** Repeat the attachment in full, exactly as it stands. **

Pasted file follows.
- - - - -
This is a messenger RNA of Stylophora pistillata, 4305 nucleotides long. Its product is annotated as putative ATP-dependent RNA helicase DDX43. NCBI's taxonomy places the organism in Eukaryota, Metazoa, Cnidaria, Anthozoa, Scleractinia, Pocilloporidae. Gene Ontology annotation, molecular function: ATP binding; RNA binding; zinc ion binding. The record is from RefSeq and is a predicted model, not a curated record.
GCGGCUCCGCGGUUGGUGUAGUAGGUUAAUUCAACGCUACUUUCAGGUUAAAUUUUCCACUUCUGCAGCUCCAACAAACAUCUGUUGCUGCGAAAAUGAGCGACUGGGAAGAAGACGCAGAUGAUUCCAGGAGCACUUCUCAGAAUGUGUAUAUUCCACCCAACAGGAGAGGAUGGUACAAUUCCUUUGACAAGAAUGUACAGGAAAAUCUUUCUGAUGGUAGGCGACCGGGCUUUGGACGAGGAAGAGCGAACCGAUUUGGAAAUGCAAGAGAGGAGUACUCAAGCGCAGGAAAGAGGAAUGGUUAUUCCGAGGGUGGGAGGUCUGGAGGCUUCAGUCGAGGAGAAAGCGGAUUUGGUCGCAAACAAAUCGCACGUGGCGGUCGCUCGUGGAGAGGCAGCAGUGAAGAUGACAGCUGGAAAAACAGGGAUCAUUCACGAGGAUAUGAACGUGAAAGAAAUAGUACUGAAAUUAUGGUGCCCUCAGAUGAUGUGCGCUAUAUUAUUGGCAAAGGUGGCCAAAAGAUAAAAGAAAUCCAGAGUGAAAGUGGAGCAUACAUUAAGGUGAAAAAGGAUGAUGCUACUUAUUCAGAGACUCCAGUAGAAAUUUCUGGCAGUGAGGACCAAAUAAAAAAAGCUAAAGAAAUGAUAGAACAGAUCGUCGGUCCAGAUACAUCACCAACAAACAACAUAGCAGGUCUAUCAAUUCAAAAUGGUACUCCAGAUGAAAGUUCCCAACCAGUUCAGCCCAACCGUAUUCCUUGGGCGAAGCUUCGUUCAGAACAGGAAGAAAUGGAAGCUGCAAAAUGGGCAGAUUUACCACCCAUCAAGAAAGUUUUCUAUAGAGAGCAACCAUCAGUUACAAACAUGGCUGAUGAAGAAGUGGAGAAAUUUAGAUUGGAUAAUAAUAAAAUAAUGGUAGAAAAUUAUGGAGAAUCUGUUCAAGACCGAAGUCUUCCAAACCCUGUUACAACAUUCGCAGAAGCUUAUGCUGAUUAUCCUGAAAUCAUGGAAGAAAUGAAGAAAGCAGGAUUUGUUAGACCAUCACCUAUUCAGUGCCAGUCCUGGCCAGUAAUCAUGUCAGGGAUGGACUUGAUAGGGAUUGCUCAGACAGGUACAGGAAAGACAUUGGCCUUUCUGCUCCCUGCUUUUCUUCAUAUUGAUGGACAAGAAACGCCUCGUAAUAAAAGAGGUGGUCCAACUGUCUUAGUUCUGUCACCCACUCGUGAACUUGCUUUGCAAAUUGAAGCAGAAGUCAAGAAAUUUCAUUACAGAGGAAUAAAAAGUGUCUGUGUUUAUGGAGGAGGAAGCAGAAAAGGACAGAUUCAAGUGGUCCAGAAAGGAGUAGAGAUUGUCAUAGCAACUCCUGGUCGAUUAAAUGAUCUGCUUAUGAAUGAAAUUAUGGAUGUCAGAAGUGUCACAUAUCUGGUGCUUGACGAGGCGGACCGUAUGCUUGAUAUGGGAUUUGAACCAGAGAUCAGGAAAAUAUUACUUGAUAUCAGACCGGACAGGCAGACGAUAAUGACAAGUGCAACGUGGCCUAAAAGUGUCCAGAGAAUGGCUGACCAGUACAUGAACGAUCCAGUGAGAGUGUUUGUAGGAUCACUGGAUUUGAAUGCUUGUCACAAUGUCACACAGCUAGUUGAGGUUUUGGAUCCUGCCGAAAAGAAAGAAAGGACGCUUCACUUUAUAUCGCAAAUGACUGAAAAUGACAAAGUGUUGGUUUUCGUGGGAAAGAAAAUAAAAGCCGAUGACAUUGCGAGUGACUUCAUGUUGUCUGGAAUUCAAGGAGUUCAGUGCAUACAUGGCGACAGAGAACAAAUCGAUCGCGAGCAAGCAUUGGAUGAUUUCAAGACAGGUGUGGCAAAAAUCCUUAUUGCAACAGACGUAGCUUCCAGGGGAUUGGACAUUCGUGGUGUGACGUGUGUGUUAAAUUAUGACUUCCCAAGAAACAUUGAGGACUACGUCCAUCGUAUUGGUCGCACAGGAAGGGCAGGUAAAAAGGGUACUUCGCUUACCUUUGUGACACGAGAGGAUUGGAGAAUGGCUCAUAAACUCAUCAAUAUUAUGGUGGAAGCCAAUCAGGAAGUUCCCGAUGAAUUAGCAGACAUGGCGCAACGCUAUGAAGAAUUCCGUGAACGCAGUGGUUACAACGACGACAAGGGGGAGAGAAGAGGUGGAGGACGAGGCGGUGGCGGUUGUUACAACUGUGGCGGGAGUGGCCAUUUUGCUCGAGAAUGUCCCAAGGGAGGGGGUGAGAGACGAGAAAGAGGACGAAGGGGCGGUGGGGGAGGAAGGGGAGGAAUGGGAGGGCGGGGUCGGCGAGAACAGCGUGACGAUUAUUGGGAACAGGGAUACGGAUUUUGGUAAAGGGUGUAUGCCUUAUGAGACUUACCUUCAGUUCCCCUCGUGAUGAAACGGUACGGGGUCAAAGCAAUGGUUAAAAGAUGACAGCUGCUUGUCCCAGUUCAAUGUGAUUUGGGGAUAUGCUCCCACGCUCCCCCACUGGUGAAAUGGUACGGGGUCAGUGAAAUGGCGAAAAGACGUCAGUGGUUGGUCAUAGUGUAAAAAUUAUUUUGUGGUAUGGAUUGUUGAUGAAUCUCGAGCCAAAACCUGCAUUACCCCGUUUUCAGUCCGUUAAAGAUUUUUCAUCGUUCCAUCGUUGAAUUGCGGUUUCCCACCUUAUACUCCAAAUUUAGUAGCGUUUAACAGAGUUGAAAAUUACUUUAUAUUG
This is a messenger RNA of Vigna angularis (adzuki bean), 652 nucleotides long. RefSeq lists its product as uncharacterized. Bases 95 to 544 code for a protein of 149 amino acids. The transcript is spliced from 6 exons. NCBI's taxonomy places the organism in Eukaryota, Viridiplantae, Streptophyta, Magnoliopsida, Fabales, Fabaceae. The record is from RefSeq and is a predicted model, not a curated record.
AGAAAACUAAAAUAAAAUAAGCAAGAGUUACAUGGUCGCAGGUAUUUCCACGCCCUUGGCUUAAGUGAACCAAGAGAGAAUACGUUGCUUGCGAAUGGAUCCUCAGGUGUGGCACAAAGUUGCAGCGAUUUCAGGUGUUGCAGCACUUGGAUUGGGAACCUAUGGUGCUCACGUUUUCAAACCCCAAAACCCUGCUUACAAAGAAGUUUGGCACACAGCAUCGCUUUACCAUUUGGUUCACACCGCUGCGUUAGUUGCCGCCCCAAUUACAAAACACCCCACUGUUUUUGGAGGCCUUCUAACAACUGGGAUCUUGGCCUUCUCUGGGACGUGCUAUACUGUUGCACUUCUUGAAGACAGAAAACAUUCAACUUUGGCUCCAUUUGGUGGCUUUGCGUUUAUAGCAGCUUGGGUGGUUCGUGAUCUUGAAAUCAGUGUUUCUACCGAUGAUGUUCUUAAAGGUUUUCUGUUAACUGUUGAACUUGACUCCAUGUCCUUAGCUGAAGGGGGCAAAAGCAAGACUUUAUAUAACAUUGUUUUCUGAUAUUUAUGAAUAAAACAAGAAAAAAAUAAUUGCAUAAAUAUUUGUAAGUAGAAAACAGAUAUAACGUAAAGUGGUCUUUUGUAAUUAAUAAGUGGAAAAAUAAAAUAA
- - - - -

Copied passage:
This is a messenger RNA of Stylophora pistillata, 4305 nucleotides long. Its product is annotated as putative ATP-dependent RNA helicase DDX43. NCBI's taxonomy places the organism in Eukaryota, Metazoa, Cnidaria, Anthozoa, Scleractinia, Pocilloporidae. Gene Ontology annotation, molecular function: ATP binding; RNA binding; zinc ion binding. The record is from RefSeq and is a predicted model, not a curated record.
GCGGCUCCGCGGUUGGUGUAGUAGGUUAAUUCAACGCUACUUUCAGGUUAAAUUUUCCACUUCUGCAGCUCCAACAAACAUCUGUUGCUGCGAAAAUGAGCGACUGGGAAGAAGACGCAGAUGAUUCCAGGAGCACUUCUCAGAAUGUGUAUAUUCCACCCAACAGGAGAGGAUGGUACAAUUCCUUUGACAAGAAUGUACAGGAAAAUCUUUCUGAUGGUAGGCGACCGGGCUUUGGACGAGGAAGAGCGAACCGAUUUGGAAAUGCAAGAGAGGAGUACUCAAGCGCAGGAAAGAGGAAUGGUUAUUCCGAGGGUGGGAGGUCUGGAGGCUUCAGUCGAGGAGAAAGCGGAUUUGGUCGCAAACAAAUCGCACGUGGCGGUCGCUCGUGGAGAGGCAGCAGUGAAGAUGACAGCUGGAAAAACAGGGAUCAUUCACGAGGAUAUGAACGUGAAAGAAAUAGUACUGAAAUUAUGGUGCCCUCAGAUGAUGUGCGCUAUAUUAUUGGCAAAGGUGGCCAAAAGAUAAAAGAAAUCCAGAGUGAAAGUGGAGCAUACAUUAAGGUGAAAAAGGAUGAUGCUACUUAUUCAGAGACUCCAGUAGAAAUUUCUGGCAGUGAGGACCAAAUAAAAAAAGCUAAAGAAAUGAUAGAACAGAUCGUCGGUCCAGAUACAUCACCAACAAACAACAUAGCAGGUCUAUCAAUUCAAAAUGGUACUCCAGAUGAAAGUUCCCAACCAGUUCAGCCCAACCGUAUUCCUUGGGCGAAGCUUCGUUCAGAACAGGAAGAAAUGGAAGCUGCAAAAUGGGCAGAUUUACCACCCAUCAAGAAAGUUUUCUAUAGAGAGCAACCAUCAGUUACAAACAUGGCUGAUGAAGAAGUGGAGAAAUUUAGAUUGGAUAAUAAUAAAAUAAUGGUAGAAAAUUAUGGAGAAUCUGUUCAAGACCGAAGUCUUCCAAACCCUGUUACAACAUUCGCAGAAGCUUAUGCUGAUUAUCCUGAAAUCAUGGAAGAAAUGAAGAAAGCAGGAUUUGUUAGACCAUCACCUAUUCAGUGCCAGUCCUGGCCAGUAAUCAUGUCAGGGAUGGACUUGAUAGGGAUUGCUCAGACAGGUACAGGAAAGACAUUGGCCUUUCUGCUCCCUGCUUUUCUUCAUAUUGAUGGACAAGAAACGCCUCGUAAUAAAAGAGGUGGUCCAACUGUCUUAGUUCUGUCACCCACUCGUGAACUUGCUUUGCAAAUUGAAGCAGAAGUCAAGAAAUUUCAUUACAGAGGAAUAAAAAGUGUCUGUGUUUAUGGAGGAGGAAGCAGAAAAGGACAGAUUCAAGUGGUCCAGAAAGGAGUAGAGAUUGUCAUAGCAACUCCUGGUCGAUUAAAUGAUCUGCUUAUGAAUGAAAUUAUGGAUGUCAGAAGUGUCACAUAUCUGGUGCUUGACGAGGCGGACCGUAUGCUUGAUAUGGGAUUUGAACCAGAGAUCAGGAAAAUAUUACUUGAUAUCAGACCGGACAGGCAGACGAUAAUGACAAGUGCAACGUGGCCUAAAAGUGUCCAGAGAAUGGCUGACCAGUACAUGAACGAUCCAGUGAGAGUGUUUGUAGGAUCACUGGAUUUGAAUGCUUGUCACAAUGUCACACAGCUAGUUGAGGUUUUGGAUCCUGCCGAAAAGAAAGAAAGGACGCUUCACUUUAUAUCGCAAAUGACUGAAAAUGACAAAGUGUUGGUUUUCGUGGGAAAGAAAAUAAAAGCCGAUGACAUUGCGAGUGACUUCAUGUUGUCUGGAAUUCAAGGAGUUCAGUGCAUACAUGGCGACAGAGAACAAAUCGAUCGCGAGCAAGCAUUGGAUGAUUUCAAGACAGGUGUGGCAAAAAUCCUUAUUGCAACAGACGUAGCUUCCAGGGGAUUGGACAUUCGUGGUGUGACGUGUGUGUUAAAUUAUGACUUCCCAAGAAACAUUGAGGACUACGUCCAUCGUAUUGGUCGCACAGGAAGGGCAGGUAAAAAGGGUACUUCGCUUACCUUUGUGACACGAGAGGAUUGGAGAAUGGCUCAUAAACUCAUCAAUAUUAUGGUGGAAGCCAAUCAGGAAGUUCCCGAUGAAUUAGCAGACAUGGCGCAACGCUAUGAAGAAUUCCGUGAACGCAGUGGUUACAACGACGACAAGGGGGAGAGAAGAGGUGGAGGACGAGGCGGUGGCGGUUGUUACAACUGUGGCGGGAGUGGCCAUUUUGCUCGAGAAUGUCCCAAGGGAGGGGGUGAGAGACGAGAAAGAGGACGAAGGGGCGGUGGGGGAGGAAGGGGAGGAAUGGGAGGGCGGGGUCGGCGAGAACAGCGUGACGAUUAUUGGGAACAGGGAUACGGAUUUUGGUAAAGGGUGUAUGCCUUAUGAGACUUACCUUCAGUUCCCCUCGUGAUGAAACGGUACGGGGUCAAAGCAAUGGUUAAAAGAUGACAGCUGCUUGUCCCAGUUCAAUGUGAUUUGGGGAUAUGCUCCCACGCUCCCCCACUGGUGAAAUGGUACGGGGUCAGUGAAAUGGCGAAAAGACGUCAGUGGUUGGUCAUAGUGUAAAAAUUAUUUUGUGGUAUGGAUUGUUGAUGAAUCUCGAGCCAAAACCUGCAUUACCCCGUUUUCAGUCCGUUAAAGAUUUUUCAUCGUUCCAUCGUUGAAUUGCGGUUUCCCACCUUAUACUCCAAAUUUAGUAGCGUUUAACAGAGUUGAAAAUUACUUUAUAUUG
This is a messenger RNA of Vigna angularis (adzuki bean), 652 nucleotides long. RefSeq lists its product as uncharacterized. Bases 95 to 544 code for a protein of 149 amino acids. The transcript is spliced from 6 exons. NCBI's taxonomy places the organism in Eukaryota, Viridiplantae, Streptophyta, Magnoliopsida, Fabales, Fabaceae. The record is from RefSeq and is a predicted model, not a curated record.
AGAAAACUAAAAUAAAAUAAGCAAGAGUUACAUGGUCGCAGGUAUUUCCACGCCCUUGGCUUAAGUGAACCAAGAGAGAAUACGUUGCUUGCGAAUGGAUCCUCAGGUGUGGCACAAAGUUGCAGCGAUUUCAGGUGUUGCAGCACUUGGAUUGGGAACCUAUGGUGCUCACGUUUUCAAACCCCAAAACCCUGCUUACAAAGAAGUUUGGCACACAGCAUCGCUUUACCAUUUGGUUCACACCGCUGCGUUAGUUGCCGCCCCAAUUACAAAACACCCCACUGUUUUUGGAGGCCUUCUAACAACUGGGAUCUUGGCCUUCUCUGGGACGUGCUAUACUGUUGCACUUCUUGAAGACAGAAAACAUUCAACUUUGGCUCCAUUUGGUGGCUUUGCGUUUAUAGCAGCUUGGGUGGUUCGUGAUCUUGAAAUCAGUGUUUCUACCGAUGAUGUUCUUAAAGGUUUUCUGUUAACUGUUGAACUUGACUCCAUGUCCUUAGCUGAAGGGGGCAAAAGCAAGACUUUAUAUAACAUUGUUUUCUGAUAUUUAUGAAUAAAACAAGAAAAAAAUAAUUGCAUAAAUAUUUGUAAGUAGAAAACAGAUAUAACGUAAAGUGGUCUUUUGUAAUUAAUAAGUGGAAAAAUAAAAUAA